Macron, however, has so far been unsuccessful at recreating his domestic coalition on a continental scale. Early ambitions to break traditional political groups at the European Parliament to build a progressive European En Marche have smashed on a static reality. En Marche will sit at the European Parliament with centrist liberals ALDE, a movement poised to gather the third-highest number of votes, hoping to play the role of kingmakers in the post-election coalition negotiations.
Behind the two front-runners, the center-right Les Républicains (LR) is polling at around 14 percent. Once one of France’s two leading parties (running the country with President Nicolas Sarkozy from 2007 to 2012), LR has lost its centrality in French politics. While it is scrambling for third place, it looks, however, set to get a higher number of seats than expected thanks to a dynamic and intelligent campaign led by thirty-three-year-old conservative philosopher François-Xavier Bellamy.
An Election That Will Determine Macron’s European Momentum
EU reform has been at the heart of Macron’s rise to power and presidency. Enthusiastic activists brandished the European flag at campaign rallies, and the newly elected president gave his victory speech with Beethoven’s 9th symphony playing in the background. In his Sorbonne speech in September 2017 and the March 2019 Renaissance letter directly addressed to the populations of the twenty-seven EU member states, Macron laid out an ambitious agenda for “European sovereignty” and a “Europe that protects its citizens.” Two years in, Macron has little to show for his proposals on integrating the Eurozone or bolstering European defense, due to a reluctant German partner, rising populism on the Continent, and a European agenda focused on Brexit.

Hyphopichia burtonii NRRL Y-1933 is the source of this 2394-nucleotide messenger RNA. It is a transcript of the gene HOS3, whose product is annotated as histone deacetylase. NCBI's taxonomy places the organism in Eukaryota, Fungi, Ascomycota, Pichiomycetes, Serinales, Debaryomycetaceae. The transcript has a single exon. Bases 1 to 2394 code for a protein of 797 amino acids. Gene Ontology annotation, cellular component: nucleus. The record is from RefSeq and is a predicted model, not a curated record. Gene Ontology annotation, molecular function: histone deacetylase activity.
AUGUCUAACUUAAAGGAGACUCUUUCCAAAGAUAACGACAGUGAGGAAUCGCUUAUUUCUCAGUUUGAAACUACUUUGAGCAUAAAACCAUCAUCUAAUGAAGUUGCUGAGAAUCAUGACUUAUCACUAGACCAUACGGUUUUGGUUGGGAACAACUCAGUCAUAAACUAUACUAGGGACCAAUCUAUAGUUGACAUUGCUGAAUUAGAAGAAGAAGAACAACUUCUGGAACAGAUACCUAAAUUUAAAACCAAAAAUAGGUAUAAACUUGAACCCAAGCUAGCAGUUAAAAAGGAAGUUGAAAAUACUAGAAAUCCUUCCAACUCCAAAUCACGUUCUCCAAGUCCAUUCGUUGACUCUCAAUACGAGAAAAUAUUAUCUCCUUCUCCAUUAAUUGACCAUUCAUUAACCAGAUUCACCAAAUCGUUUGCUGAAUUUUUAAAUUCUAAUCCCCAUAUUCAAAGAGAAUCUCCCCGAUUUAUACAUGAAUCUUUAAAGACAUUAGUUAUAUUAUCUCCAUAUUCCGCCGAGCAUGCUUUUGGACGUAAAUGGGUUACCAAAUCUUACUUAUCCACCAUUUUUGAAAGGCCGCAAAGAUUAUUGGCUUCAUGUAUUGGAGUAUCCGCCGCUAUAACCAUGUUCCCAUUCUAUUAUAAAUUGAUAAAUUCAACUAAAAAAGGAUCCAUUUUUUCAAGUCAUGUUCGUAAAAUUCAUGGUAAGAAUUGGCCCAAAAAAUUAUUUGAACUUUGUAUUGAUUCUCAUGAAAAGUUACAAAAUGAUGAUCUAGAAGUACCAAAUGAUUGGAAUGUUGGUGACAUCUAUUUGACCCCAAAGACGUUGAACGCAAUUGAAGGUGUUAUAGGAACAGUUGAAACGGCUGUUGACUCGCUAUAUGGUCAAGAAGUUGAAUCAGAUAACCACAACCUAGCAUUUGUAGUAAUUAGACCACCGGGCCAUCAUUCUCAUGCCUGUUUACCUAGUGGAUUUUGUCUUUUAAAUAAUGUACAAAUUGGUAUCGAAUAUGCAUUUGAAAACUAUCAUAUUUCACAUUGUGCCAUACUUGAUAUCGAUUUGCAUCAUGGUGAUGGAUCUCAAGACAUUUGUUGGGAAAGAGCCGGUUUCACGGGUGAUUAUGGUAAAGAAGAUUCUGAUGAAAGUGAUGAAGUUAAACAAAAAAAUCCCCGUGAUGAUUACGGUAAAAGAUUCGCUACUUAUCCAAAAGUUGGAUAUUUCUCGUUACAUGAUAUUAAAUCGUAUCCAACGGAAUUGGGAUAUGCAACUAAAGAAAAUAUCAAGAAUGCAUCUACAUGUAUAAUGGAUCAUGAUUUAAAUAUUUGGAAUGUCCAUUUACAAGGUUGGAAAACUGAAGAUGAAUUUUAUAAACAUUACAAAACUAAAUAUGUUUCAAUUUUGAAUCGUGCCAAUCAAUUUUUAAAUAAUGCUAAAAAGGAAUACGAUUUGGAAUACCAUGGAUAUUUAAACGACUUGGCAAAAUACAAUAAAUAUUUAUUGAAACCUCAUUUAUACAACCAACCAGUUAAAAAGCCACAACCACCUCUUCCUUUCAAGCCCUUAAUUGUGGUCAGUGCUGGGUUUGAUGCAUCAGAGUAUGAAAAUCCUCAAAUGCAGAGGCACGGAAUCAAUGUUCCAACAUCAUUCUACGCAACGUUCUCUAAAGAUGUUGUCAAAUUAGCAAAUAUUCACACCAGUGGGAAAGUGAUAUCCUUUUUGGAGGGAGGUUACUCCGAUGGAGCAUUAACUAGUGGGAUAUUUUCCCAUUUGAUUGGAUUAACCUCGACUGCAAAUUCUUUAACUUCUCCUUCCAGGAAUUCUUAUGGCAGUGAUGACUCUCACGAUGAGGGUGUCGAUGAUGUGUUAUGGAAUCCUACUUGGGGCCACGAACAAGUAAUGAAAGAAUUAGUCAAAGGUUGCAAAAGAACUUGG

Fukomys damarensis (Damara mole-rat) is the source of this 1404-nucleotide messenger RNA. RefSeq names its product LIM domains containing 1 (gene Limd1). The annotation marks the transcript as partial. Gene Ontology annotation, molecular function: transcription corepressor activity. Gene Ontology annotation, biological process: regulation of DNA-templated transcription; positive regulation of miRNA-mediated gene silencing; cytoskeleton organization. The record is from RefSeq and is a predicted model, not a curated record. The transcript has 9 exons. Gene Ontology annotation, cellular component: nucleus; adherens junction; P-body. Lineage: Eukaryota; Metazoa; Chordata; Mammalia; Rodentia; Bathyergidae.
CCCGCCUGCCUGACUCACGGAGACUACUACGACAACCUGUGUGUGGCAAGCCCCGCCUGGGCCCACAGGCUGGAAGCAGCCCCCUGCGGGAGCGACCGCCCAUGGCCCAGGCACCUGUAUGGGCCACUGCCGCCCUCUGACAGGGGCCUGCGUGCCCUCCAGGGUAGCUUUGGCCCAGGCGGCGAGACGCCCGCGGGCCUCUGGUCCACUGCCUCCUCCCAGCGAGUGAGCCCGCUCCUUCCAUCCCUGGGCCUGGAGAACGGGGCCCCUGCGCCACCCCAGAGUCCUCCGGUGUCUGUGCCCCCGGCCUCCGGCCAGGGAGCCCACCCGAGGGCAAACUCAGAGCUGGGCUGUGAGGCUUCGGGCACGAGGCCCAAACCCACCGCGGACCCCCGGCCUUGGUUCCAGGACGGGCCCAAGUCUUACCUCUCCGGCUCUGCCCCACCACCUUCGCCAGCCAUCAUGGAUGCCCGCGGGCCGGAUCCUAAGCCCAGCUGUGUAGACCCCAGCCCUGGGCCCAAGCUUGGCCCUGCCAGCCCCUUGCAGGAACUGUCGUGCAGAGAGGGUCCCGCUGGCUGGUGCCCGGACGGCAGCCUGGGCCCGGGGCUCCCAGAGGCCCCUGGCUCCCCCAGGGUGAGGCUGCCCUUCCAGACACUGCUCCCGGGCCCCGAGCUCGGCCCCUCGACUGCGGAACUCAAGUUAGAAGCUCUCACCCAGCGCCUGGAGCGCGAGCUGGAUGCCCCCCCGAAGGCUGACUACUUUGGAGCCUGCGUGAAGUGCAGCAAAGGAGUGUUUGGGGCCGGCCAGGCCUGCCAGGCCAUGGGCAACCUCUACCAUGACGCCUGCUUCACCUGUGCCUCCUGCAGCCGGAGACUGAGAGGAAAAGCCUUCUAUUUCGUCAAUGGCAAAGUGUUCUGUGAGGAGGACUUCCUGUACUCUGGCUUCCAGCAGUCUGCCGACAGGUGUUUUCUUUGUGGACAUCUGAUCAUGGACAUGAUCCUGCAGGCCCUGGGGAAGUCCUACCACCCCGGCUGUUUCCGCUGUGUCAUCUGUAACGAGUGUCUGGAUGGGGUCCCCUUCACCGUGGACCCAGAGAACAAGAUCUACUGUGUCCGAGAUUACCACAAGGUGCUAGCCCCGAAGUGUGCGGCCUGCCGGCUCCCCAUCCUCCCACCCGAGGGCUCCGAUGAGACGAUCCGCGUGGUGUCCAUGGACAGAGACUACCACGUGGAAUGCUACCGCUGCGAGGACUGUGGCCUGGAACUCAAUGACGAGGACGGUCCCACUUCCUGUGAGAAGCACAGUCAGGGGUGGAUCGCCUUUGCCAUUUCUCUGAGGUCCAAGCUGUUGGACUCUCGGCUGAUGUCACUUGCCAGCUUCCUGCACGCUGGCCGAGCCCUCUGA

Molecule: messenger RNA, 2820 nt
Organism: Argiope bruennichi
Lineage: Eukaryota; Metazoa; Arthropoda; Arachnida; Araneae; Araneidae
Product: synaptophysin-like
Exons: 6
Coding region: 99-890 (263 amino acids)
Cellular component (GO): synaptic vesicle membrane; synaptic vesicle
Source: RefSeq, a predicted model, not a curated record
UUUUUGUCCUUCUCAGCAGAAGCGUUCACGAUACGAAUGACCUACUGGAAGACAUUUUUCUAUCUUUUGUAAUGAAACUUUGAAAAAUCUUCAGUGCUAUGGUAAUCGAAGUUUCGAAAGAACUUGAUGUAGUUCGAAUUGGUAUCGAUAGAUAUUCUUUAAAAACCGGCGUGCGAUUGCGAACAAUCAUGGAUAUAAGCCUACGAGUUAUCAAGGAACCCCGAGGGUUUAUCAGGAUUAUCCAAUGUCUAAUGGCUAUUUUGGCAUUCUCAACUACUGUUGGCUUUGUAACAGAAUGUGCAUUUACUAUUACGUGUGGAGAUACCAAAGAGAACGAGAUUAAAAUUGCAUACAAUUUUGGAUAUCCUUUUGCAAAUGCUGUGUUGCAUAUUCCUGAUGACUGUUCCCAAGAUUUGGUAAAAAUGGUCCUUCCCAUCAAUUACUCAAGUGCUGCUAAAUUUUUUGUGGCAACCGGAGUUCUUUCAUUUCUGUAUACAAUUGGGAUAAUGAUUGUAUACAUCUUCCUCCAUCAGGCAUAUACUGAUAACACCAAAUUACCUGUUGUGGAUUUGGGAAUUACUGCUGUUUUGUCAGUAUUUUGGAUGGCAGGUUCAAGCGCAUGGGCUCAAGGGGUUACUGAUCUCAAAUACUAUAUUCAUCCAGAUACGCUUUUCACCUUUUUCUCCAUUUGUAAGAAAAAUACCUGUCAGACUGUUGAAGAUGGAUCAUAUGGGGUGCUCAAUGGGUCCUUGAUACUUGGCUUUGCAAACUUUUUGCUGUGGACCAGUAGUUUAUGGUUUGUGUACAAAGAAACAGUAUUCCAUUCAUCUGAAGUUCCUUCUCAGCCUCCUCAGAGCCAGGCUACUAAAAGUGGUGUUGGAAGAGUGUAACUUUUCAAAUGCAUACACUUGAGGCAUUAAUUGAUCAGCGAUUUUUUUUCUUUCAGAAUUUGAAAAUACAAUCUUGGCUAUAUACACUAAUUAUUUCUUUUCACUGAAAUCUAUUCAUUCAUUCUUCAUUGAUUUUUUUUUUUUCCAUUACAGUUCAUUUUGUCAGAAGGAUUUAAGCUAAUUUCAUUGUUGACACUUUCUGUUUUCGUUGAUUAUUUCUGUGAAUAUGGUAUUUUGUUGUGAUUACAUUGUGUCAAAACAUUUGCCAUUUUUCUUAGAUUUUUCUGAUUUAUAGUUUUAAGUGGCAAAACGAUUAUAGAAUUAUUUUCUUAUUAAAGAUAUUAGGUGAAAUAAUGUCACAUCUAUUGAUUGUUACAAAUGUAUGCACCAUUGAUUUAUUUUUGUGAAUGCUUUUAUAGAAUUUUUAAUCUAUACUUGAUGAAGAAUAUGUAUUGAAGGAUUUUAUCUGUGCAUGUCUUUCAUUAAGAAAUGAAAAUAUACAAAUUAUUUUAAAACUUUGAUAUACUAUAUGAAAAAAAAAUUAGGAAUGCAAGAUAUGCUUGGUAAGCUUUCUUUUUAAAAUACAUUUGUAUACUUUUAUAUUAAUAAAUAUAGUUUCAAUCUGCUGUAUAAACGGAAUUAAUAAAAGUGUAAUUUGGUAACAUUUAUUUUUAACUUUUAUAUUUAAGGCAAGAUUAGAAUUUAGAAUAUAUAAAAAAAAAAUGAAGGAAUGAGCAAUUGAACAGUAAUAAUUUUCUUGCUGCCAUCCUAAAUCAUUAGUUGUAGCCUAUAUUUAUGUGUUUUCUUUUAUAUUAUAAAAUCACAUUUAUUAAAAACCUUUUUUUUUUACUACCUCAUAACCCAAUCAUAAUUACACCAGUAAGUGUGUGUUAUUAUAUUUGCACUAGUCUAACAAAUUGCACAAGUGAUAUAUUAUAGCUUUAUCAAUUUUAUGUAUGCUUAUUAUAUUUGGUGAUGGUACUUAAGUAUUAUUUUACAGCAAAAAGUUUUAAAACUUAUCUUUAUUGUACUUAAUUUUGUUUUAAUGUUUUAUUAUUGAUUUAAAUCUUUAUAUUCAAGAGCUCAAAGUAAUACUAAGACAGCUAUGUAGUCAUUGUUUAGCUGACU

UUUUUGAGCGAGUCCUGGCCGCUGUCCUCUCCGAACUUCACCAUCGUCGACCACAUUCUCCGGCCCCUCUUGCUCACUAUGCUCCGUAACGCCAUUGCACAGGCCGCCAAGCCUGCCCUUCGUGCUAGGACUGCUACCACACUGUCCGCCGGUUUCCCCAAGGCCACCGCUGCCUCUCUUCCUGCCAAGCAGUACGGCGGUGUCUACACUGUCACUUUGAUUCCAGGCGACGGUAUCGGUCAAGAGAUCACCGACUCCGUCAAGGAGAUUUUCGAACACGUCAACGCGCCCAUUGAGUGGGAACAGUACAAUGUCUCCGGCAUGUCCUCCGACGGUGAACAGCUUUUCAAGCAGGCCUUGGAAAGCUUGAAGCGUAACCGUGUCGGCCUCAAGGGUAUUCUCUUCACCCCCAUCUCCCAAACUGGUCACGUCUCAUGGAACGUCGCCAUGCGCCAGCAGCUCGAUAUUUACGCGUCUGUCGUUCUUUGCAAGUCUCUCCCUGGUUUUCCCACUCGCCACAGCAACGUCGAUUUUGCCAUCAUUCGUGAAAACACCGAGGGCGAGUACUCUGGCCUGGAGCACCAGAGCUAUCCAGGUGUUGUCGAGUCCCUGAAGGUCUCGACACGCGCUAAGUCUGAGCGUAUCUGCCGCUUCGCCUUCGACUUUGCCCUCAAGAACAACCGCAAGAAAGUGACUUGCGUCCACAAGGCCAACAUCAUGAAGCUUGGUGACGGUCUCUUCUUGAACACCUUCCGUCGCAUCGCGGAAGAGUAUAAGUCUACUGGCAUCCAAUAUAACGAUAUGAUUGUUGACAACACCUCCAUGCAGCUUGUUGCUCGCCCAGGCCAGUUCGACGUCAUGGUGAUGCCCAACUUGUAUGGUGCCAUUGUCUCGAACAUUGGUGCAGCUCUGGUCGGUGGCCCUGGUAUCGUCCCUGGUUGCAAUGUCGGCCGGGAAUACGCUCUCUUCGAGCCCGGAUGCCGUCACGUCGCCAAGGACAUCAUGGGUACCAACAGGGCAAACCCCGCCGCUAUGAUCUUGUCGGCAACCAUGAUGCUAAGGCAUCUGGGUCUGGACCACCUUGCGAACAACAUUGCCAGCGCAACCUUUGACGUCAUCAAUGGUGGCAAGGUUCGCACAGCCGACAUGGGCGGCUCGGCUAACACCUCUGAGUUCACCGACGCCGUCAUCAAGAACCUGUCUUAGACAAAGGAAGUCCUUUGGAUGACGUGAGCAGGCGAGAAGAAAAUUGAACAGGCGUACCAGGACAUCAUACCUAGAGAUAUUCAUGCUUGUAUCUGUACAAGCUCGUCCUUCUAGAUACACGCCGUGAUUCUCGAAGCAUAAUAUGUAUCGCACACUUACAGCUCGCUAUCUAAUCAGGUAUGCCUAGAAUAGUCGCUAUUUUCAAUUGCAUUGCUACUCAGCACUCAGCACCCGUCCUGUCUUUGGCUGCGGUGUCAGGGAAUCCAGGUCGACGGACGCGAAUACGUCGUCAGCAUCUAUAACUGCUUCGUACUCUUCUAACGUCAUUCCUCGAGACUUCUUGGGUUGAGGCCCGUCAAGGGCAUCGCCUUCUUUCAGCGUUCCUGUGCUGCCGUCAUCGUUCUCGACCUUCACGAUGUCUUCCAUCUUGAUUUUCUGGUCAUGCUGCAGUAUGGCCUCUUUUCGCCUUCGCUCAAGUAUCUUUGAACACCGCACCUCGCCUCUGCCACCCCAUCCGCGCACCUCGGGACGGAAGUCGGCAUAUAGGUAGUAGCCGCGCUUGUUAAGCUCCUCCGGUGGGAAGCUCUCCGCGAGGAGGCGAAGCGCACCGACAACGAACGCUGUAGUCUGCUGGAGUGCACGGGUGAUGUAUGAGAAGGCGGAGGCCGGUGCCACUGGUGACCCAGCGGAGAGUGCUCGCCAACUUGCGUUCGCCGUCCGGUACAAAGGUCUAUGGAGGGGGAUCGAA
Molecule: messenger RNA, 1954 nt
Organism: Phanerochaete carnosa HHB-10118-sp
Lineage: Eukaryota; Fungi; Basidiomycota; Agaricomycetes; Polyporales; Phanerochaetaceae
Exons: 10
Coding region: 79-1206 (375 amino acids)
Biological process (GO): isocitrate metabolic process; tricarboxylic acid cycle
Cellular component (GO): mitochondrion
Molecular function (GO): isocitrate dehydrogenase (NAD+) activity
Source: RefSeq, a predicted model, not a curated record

A defeat on May 26 would further weaken Macron’s hand on the European stage. On the other hand, if En Marche ends first with a score resembling Macron’s 2017 first-round showing (24 percent), he will have reason to claim victory in a ballot that usually turns into a beating for the ruling party.
Refusing the Spitzenkandidaten formula of awarding leadership posts based on election results, Macron hopes to shape the outcome of negotiations on key jobs (Commission presidency, Council presidency, European Central Bank chairmanship). With whom? Many are betting on the EU’s chief Brexit negotiator Michel Barnier. Barnier, a French citizen, is a member of the European People’s Party (EPP) (the likely winner of the European elections) and has supported LR in the ballot. He is nonetheless known for having cordial relations with Macron who could see him as an ally at the helm of the European Commission, yet independent and respected enough to win the day among EU partners, including in Eastern European countries distraught at Paris’ confrontational tone. This could give new life to Macron’s ambitions for Europe after months of political crisis. But May 26 will be the first obstacle to overcome.
Benjamin Haddad is the director of the Future Europe Initiative at the Atlantic Council. He is the author of “Paradise Lost: Trump’s America and the End of European Illusions.” He was the Washington representative of Emmanuel Macron’s En Marche movement in 2017. Follow him on Twitter @benjaminhaddad.